Weather warnings for the extreme heat were issued after a record number of heatwave deaths were recorded in England last summer.
Dr Will Lang of the Met Office told a Local Government Association (LGA) virtual briefing that red and orange warnings can now be issued for areas expecting unusually high temperatures.
It comes as Public Health England (PHE) recorded an additional 2,256 deaths from all causes in the country during the three periods officially classified as “heat waves” last summer – the highest number since its start. records in 2004.
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The deaths were recorded between June 23 and 27, July 30 and August 1, and August 5 and 15.
Some 1,734 of those deaths were recorded in the 10-day window in August alone.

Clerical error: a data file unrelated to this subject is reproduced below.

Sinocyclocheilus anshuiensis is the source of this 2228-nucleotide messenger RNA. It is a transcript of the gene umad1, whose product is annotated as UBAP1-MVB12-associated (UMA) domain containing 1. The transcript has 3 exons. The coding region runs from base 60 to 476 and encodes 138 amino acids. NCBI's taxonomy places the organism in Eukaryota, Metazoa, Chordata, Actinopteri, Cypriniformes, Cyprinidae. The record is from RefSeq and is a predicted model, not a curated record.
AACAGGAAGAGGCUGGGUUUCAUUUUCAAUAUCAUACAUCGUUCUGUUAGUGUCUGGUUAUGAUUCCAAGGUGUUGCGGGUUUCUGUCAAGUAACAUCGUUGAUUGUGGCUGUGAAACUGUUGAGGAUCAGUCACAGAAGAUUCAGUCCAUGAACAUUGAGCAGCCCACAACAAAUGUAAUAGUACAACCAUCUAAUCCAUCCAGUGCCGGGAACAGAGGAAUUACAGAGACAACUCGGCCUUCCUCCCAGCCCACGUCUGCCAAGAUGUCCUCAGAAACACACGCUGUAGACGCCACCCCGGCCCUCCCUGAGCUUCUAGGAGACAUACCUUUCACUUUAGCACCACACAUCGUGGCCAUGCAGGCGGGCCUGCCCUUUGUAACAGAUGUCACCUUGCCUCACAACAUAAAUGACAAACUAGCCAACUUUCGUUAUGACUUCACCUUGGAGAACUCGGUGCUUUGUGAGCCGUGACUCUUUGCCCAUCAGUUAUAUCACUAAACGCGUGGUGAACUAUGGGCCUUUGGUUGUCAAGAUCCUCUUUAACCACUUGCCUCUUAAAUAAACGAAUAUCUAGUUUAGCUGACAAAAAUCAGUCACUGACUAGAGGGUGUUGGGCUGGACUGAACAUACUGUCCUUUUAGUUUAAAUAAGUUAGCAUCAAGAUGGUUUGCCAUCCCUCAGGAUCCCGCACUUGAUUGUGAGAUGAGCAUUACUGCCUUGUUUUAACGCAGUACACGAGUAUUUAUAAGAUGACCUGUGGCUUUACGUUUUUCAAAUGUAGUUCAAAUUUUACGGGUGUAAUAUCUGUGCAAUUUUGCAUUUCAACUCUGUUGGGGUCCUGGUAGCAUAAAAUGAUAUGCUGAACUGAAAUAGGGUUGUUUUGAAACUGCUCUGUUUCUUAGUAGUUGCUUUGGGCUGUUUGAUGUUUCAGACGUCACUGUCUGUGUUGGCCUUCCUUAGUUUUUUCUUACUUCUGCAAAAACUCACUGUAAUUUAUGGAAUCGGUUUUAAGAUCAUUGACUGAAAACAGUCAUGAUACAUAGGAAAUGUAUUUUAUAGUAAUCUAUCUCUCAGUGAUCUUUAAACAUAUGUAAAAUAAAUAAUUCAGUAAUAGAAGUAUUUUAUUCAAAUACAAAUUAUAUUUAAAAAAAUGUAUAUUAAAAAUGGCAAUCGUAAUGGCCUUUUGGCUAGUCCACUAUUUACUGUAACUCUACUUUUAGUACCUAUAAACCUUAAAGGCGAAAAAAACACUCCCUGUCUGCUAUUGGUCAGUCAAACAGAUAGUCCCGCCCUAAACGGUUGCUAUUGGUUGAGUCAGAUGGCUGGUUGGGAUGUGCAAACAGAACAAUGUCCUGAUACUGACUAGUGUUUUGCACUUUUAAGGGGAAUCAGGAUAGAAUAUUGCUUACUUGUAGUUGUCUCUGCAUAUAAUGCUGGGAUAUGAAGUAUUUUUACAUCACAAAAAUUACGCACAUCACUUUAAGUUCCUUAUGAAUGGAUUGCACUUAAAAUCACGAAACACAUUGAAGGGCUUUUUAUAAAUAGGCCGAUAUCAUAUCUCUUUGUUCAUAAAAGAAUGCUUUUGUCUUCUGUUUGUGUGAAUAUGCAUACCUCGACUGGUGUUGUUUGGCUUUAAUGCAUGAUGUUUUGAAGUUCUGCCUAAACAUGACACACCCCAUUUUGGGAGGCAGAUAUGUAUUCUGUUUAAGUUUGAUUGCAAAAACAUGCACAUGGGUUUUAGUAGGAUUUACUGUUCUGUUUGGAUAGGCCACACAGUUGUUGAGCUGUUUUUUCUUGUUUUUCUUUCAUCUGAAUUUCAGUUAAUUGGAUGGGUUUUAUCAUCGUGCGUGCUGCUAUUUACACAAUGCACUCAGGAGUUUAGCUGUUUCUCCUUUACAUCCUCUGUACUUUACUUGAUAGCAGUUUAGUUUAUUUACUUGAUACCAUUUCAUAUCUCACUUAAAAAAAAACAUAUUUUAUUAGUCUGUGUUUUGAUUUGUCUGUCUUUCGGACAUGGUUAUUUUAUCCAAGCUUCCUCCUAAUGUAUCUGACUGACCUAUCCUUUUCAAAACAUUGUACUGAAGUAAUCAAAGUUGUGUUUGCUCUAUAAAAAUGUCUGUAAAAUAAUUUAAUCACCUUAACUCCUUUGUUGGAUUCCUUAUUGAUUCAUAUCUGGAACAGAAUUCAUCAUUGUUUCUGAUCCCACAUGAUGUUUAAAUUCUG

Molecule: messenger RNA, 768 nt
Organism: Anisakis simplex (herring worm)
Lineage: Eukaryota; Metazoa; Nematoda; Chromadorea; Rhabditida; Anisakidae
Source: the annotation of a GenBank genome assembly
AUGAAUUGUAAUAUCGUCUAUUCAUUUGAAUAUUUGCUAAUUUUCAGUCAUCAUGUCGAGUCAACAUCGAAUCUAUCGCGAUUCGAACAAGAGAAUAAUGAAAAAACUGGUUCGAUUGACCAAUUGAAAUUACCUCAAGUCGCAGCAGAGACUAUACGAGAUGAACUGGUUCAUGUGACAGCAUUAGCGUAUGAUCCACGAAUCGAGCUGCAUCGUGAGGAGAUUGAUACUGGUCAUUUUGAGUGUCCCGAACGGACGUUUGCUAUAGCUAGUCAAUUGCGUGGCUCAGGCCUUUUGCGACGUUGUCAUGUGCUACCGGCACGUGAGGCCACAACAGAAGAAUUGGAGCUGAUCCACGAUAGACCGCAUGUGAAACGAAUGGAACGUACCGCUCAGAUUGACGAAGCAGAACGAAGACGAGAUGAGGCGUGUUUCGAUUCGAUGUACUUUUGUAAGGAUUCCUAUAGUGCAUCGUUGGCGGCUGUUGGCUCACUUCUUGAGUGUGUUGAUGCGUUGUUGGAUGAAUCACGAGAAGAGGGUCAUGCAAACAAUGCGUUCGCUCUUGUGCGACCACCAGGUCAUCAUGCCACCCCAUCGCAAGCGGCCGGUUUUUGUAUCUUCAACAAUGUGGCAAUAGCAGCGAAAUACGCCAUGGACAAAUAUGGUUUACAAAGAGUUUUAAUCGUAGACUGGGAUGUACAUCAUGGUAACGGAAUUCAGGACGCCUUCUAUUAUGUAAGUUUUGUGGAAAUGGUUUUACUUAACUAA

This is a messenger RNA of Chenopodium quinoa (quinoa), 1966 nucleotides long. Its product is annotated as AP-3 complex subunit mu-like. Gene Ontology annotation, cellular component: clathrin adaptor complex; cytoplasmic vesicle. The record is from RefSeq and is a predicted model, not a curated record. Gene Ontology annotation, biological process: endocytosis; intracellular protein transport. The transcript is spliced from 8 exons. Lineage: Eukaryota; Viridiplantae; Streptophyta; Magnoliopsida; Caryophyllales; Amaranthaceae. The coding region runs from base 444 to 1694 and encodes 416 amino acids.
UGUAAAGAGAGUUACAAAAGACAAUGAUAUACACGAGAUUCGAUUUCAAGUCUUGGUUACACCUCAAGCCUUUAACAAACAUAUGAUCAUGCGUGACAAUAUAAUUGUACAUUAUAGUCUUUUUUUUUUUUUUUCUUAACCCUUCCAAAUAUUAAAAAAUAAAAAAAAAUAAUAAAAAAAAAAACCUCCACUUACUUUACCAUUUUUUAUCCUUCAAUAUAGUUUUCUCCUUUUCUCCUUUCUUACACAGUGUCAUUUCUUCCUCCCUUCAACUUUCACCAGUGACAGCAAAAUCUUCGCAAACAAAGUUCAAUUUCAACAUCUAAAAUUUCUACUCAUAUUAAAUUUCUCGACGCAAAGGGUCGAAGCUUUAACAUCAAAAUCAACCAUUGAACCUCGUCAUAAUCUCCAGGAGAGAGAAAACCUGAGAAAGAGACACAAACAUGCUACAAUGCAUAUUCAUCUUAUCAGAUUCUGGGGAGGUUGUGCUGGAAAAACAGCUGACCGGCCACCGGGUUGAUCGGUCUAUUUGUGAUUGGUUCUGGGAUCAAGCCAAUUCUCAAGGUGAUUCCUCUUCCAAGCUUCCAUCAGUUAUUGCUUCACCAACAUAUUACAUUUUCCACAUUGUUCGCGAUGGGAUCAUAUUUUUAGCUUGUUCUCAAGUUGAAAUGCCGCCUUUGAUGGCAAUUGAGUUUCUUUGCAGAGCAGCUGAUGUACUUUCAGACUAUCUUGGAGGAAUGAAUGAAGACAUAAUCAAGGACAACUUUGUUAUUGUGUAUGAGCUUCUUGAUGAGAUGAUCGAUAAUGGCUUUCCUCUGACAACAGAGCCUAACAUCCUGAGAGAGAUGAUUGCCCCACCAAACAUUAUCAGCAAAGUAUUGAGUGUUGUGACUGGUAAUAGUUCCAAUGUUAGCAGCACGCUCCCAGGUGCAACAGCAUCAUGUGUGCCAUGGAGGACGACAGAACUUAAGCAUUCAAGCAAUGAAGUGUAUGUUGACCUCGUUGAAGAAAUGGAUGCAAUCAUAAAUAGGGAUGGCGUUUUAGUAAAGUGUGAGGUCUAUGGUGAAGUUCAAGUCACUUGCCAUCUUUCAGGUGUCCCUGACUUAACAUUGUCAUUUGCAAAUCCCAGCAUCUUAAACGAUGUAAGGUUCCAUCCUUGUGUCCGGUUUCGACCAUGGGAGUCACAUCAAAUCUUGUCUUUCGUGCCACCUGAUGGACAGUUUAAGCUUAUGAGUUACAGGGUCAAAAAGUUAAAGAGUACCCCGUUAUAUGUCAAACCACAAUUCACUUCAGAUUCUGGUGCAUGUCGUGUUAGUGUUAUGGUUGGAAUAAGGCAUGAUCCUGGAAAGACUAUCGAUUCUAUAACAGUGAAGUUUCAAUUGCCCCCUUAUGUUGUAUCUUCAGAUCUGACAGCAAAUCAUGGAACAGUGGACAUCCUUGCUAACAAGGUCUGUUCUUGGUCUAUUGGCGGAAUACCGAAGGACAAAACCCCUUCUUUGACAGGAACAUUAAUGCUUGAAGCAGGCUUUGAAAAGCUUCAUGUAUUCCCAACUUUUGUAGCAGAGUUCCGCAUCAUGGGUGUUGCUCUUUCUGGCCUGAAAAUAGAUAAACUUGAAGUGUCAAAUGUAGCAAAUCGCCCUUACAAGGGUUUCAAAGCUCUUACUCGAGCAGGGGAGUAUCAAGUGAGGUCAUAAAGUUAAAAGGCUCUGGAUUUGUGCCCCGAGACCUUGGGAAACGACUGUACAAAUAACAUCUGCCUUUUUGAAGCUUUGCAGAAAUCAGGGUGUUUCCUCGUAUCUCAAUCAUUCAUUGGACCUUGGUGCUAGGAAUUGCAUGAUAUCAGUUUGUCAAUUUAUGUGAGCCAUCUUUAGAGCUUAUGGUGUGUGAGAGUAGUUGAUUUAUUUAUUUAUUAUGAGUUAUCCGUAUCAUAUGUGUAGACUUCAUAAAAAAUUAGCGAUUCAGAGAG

The excess deaths are calculated by comparing the average number of deaths on heatwave days against the average of the previous and subsequent seven-day periods.
This includes the adjustment for coronavirus-related mortality.
Dr Will Lang, head of civilian contingencies at the Met Office, said the service is being launched as heat becomes “a much bigger problem” due to climate change.
He told the conference: “We will be able to issue what we call ‘extreme heat warnings’ if necessary this summer and even for the following summers.
“These will be taken into account for the most extreme heat episodes like the one we saw last August, so around 30C (86F) during the day and 20C (68F) at night, and that persists for a few days or more. .
“What we’re doing is highlighting the impact on the general population of heat and also the likely disruption of infrastructure – things like transportation and power grids.”
The warnings will coordinate with existing PHE thermal health alerts, which are designed to alert medical professionals.
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This notice was published: 2021-06-17 21:32:00